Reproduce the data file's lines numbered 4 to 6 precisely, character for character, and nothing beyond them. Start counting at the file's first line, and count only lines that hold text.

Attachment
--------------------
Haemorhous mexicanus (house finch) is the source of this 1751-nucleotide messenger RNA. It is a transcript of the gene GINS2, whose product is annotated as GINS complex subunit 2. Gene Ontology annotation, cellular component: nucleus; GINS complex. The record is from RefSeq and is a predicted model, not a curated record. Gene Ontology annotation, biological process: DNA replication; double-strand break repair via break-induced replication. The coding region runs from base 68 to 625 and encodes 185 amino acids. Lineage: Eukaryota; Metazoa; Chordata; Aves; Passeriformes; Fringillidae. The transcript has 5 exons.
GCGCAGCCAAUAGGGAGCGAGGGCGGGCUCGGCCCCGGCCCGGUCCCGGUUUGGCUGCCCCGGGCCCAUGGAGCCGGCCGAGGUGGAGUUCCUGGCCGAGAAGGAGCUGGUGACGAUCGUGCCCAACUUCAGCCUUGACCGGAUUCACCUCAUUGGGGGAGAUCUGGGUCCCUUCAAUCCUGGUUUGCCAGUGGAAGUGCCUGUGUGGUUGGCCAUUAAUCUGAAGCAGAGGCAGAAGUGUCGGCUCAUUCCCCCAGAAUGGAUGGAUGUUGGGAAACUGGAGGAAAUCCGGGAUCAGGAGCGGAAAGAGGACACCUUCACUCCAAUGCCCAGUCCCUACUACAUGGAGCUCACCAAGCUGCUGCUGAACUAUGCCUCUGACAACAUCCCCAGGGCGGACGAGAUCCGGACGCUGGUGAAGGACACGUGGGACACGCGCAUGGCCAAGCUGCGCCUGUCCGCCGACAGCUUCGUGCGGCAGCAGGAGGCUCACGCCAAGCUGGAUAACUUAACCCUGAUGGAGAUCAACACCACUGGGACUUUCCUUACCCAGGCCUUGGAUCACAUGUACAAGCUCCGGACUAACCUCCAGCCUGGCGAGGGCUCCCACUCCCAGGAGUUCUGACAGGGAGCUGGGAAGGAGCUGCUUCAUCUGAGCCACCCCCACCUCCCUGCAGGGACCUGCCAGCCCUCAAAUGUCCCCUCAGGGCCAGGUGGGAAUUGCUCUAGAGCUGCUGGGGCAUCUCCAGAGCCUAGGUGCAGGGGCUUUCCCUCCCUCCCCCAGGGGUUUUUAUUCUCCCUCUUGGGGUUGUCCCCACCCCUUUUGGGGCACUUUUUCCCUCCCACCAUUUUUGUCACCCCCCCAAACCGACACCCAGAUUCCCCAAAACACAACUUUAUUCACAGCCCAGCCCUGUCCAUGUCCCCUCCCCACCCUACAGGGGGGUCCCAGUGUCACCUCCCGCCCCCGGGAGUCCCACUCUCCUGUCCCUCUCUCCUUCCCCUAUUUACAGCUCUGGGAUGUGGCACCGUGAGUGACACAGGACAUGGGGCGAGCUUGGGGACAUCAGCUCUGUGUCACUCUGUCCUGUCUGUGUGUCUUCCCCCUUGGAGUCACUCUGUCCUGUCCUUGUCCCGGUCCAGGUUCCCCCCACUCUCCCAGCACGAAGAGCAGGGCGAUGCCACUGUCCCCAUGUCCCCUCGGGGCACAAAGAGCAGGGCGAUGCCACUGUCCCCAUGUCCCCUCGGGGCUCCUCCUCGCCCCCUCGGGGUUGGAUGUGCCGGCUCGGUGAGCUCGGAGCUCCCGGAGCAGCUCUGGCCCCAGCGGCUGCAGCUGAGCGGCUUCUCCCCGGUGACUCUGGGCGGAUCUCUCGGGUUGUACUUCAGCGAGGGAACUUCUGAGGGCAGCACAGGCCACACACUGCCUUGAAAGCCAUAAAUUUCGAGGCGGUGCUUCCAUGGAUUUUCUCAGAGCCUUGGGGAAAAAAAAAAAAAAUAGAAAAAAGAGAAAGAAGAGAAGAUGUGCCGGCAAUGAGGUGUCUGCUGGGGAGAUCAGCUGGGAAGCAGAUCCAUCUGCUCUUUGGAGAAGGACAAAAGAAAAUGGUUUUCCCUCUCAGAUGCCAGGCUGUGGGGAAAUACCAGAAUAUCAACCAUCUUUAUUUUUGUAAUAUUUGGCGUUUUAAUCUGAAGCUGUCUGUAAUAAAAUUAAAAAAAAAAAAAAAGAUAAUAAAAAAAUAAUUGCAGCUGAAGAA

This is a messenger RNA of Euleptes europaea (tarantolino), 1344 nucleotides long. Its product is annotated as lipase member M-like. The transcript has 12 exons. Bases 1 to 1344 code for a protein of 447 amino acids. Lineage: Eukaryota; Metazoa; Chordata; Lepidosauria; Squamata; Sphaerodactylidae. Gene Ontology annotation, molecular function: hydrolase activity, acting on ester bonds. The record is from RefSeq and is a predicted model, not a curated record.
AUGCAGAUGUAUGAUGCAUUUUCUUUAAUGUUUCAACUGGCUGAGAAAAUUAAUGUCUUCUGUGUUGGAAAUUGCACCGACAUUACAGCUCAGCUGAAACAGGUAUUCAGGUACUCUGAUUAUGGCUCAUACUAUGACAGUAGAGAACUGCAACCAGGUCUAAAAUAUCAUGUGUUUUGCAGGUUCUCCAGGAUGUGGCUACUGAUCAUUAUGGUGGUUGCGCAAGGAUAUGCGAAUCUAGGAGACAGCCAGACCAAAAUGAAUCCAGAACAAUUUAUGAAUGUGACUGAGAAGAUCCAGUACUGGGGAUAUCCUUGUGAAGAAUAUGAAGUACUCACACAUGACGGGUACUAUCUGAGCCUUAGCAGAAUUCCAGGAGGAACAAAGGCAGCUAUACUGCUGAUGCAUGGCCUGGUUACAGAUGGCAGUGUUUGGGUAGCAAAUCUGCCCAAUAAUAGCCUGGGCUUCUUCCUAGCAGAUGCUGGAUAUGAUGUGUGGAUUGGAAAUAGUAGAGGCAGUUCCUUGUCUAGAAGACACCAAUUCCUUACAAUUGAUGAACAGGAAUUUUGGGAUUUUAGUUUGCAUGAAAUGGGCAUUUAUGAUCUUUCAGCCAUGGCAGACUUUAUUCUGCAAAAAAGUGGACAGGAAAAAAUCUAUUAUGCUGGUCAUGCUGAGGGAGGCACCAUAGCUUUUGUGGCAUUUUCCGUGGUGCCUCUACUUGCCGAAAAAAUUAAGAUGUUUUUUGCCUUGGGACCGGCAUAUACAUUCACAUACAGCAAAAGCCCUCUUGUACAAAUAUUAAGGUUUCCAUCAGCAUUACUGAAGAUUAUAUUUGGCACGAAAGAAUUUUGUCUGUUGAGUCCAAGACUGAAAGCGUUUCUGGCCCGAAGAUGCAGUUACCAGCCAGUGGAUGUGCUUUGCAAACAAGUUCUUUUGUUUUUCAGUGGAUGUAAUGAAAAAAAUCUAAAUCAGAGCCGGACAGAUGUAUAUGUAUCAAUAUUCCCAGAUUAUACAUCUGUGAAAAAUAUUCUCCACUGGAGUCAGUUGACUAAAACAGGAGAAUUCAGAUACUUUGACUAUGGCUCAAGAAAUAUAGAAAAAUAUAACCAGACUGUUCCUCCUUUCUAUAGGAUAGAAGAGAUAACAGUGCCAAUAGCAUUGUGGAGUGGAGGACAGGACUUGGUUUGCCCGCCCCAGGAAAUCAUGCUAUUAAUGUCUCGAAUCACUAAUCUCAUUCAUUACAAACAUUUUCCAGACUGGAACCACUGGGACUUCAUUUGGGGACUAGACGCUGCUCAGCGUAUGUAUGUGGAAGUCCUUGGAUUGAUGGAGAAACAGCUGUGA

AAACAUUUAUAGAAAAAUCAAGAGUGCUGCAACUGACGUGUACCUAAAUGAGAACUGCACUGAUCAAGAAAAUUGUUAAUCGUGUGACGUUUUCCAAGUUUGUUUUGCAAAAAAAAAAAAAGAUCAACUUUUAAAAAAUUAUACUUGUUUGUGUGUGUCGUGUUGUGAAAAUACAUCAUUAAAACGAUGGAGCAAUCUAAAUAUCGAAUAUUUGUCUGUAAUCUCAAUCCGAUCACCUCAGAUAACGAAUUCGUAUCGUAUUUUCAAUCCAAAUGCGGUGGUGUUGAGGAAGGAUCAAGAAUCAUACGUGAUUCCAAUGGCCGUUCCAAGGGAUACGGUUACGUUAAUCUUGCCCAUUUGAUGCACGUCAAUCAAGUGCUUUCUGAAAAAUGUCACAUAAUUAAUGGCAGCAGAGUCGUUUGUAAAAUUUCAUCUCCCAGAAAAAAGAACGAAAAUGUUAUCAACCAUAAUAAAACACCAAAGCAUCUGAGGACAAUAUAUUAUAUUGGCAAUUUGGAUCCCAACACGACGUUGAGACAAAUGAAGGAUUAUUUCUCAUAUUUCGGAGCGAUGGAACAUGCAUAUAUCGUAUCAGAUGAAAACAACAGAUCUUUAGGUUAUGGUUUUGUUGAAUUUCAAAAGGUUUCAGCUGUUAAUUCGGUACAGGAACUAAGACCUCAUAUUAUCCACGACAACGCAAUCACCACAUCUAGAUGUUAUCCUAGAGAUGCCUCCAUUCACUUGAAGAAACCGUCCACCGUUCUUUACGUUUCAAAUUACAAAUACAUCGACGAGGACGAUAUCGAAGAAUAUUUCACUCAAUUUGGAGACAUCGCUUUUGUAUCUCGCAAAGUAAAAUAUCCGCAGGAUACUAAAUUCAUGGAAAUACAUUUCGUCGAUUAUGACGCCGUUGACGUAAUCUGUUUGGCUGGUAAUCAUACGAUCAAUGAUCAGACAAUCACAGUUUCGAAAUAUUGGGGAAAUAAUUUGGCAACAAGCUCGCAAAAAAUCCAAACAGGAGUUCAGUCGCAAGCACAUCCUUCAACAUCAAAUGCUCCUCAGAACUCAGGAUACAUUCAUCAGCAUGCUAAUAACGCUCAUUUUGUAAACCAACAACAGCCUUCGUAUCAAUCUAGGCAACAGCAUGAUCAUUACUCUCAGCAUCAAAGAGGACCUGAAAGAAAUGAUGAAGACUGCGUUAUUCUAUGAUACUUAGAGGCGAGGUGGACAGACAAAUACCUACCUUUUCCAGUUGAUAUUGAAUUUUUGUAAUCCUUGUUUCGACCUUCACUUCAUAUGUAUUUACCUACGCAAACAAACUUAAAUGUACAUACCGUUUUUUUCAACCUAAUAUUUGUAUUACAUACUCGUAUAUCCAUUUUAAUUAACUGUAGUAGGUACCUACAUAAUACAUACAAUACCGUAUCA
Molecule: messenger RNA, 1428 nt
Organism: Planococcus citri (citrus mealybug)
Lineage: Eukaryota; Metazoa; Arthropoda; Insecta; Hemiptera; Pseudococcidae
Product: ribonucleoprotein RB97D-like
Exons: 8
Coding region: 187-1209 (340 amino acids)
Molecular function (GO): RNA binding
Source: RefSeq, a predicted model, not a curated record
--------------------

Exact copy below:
AUGCAGAUGUAUGAUGCAUUUUCUUUAAUGUUUCAACUGGCUGAGAAAAUUAAUGUCUUCUGUGUUGGAAAUUGCACCGACAUUACAGCUCAGCUGAAACAGGUAUUCAGGUACUCUGAUUAUGGCUCAUACUAUGACAGUAGAGAACUGCAACCAGGUCUAAAAUAUCAUGUGUUUUGCAGGUUCUCCAGGAUGUGGCUACUGAUCAUUAUGGUGGUUGCGCAAGGAUAUGCGAAUCUAGGAGACAGCCAGACCAAAAUGAAUCCAGAACAAUUUAUGAAUGUGACUGAGAAGAUCCAGUACUGGGGAUAUCCUUGUGAAGAAUAUGAAGUACUCACACAUGACGGGUACUAUCUGAGCCUUAGCAGAAUUCCAGGAGGAACAAAGGCAGCUAUACUGCUGAUGCAUGGCCUGGUUACAGAUGGCAGUGUUUGGGUAGCAAAUCUGCCCAAUAAUAGCCUGGGCUUCUUCCUAGCAGAUGCUGGAUAUGAUGUGUGGAUUGGAAAUAGUAGAGGCAGUUCCUUGUCUAGAAGACACCAAUUCCUUACAAUUGAUGAACAGGAAUUUUGGGAUUUUAGUUUGCAUGAAAUGGGCAUUUAUGAUCUUUCAGCCAUGGCAGACUUUAUUCUGCAAAAAAGUGGACAGGAAAAAAUCUAUUAUGCUGGUCAUGCUGAGGGAGGCACCAUAGCUUUUGUGGCAUUUUCCGUGGUGCCUCUACUUGCCGAAAAAAUUAAGAUGUUUUUUGCCUUGGGACCGGCAUAUACAUUCACAUACAGCAAAAGCCCUCUUGUACAAAUAUUAAGGUUUCCAUCAGCAUUACUGAAGAUUAUAUUUGGCACGAAAGAAUUUUGUCUGUUGAGUCCAAGACUGAAAGCGUUUCUGGCCCGAAGAUGCAGUUACCAGCCAGUGGAUGUGCUUUGCAAACAAGUUCUUUUGUUUUUCAGUGGAUGUAAUGAAAAAAAUCUAAAUCAGAGCCGGACAGAUGUAUAUGUAUCAAUAUUCCCAGAUUAUACAUCUGUGAAAAAUAUUCUCCACUGGAGUCAGUUGACUAAAACAGGAGAAUUCAGAUACUUUGACUAUGGCUCAAGAAAUAUAGAAAAAUAUAACCAGACUGUUCCUCCUUUCUAUAGGAUAGAAGAGAUAACAGUGCCAAUAGCAUUGUGGAGUGGAGGACAGGACUUGGUUUGCCCGCCCCAGGAAAUCAUGCUAUUAAUGUCUCGAAUCACUAAUCUCAUUCAUUACAAACAUUUUCCAGACUGGAACCACUGGGACUUCAUUUGGGGACUAGACGCUGCUCAGCGUAUGUAUGUGGAAGUCCUUGGAUUGAUGGAGAAACAGCUGUGA

AAACAUUUAUAGAAAAAUCAAGAGUGCUGCAACUGACGUGUACCUAAAUGAGAACUGCACUGAUCAAGAAAAUUGUUAAUCGUGUGACGUUUUCCAAGUUUGUUUUGCAAAAAAAAAAAAAGAUCAACUUUUAAAAAAUUAUACUUGUUUGUGUGUGUCGUGUUGUGAAAAUACAUCAUUAAAACGAUGGAGCAAUCUAAAUAUCGAAUAUUUGUCUGUAAUCUCAAUCCGAUCACCUCAGAUAACGAAUUCGUAUCGUAUUUUCAAUCCAAAUGCGGUGGUGUUGAGGAAGGAUCAAGAAUCAUACGUGAUUCCAAUGGCCGUUCCAAGGGAUACGGUUACGUUAAUCUUGCCCAUUUGAUGCACGUCAAUCAAGUGCUUUCUGAAAAAUGUCACAUAAUUAAUGGCAGCAGAGUCGUUUGUAAAAUUUCAUCUCCCAGAAAAAAGAACGAAAAUGUUAUCAACCAUAAUAAAACACCAAAGCAUCUGAGGACAAUAUAUUAUAUUGGCAAUUUGGAUCCCAACACGACGUUGAGACAAAUGAAGGAUUAUUUCUCAUAUUUCGGAGCGAUGGAACAUGCAUAUAUCGUAUCAGAUGAAAACAACAGAUCUUUAGGUUAUGGUUUUGUUGAAUUUCAAAAGGUUUCAGCUGUUAAUUCGGUACAGGAACUAAGACCUCAUAUUAUCCACGACAACGCAAUCACCACAUCUAGAUGUUAUCCUAGAGAUGCCUCCAUUCACUUGAAGAAACCGUCCACCGUUCUUUACGUUUCAAAUUACAAAUACAUCGACGAGGACGAUAUCGAAGAAUAUUUCACUCAAUUUGGAGACAUCGCUUUUGUAUCUCGCAAAGUAAAAUAUCCGCAGGAUACUAAAUUCAUGGAAAUACAUUUCGUCGAUUAUGACGCCGUUGACGUAAUCUGUUUGGCUGGUAAUCAUACGAUCAAUGAUCAGACAAUCACAGUUUCGAAAUAUUGGGGAAAUAAUUUGGCAACAAGCUCGCAAAAAAUCCAAACAGGAGUUCAGUCGCAAGCACAUCCUUCAACAUCAAAUGCUCCUCAGAACUCAGGAUACAUUCAUCAGCAUGCUAAUAACGCUCAUUUUGUAAACCAACAACAGCCUUCGUAUCAAUCUAGGCAACAGCAUGAUCAUUACUCUCAGCAUCAAAGAGGACCUGAAAGAAAUGAUGAAGACUGCGUUAUUCUAUGAUACUUAGAGGCGAGGUGGACAGACAAAUACCUACCUUUUCCAGUUGAUAUUGAAUUUUUGUAAUCCUUGUUUCGACCUUCACUUCAUAUGUAUUUACCUACGCAAACAAACUUAAAUGUACAUACCGUUUUUUUCAACCUAAUAUUUGUAUUACAUACUCGUAUAUCCAUUUUAAUUAACUGUAGUAGGUACCUACAUAAUACAUACAAUACCGUAUCA
Molecule: messenger RNA, 1428 nt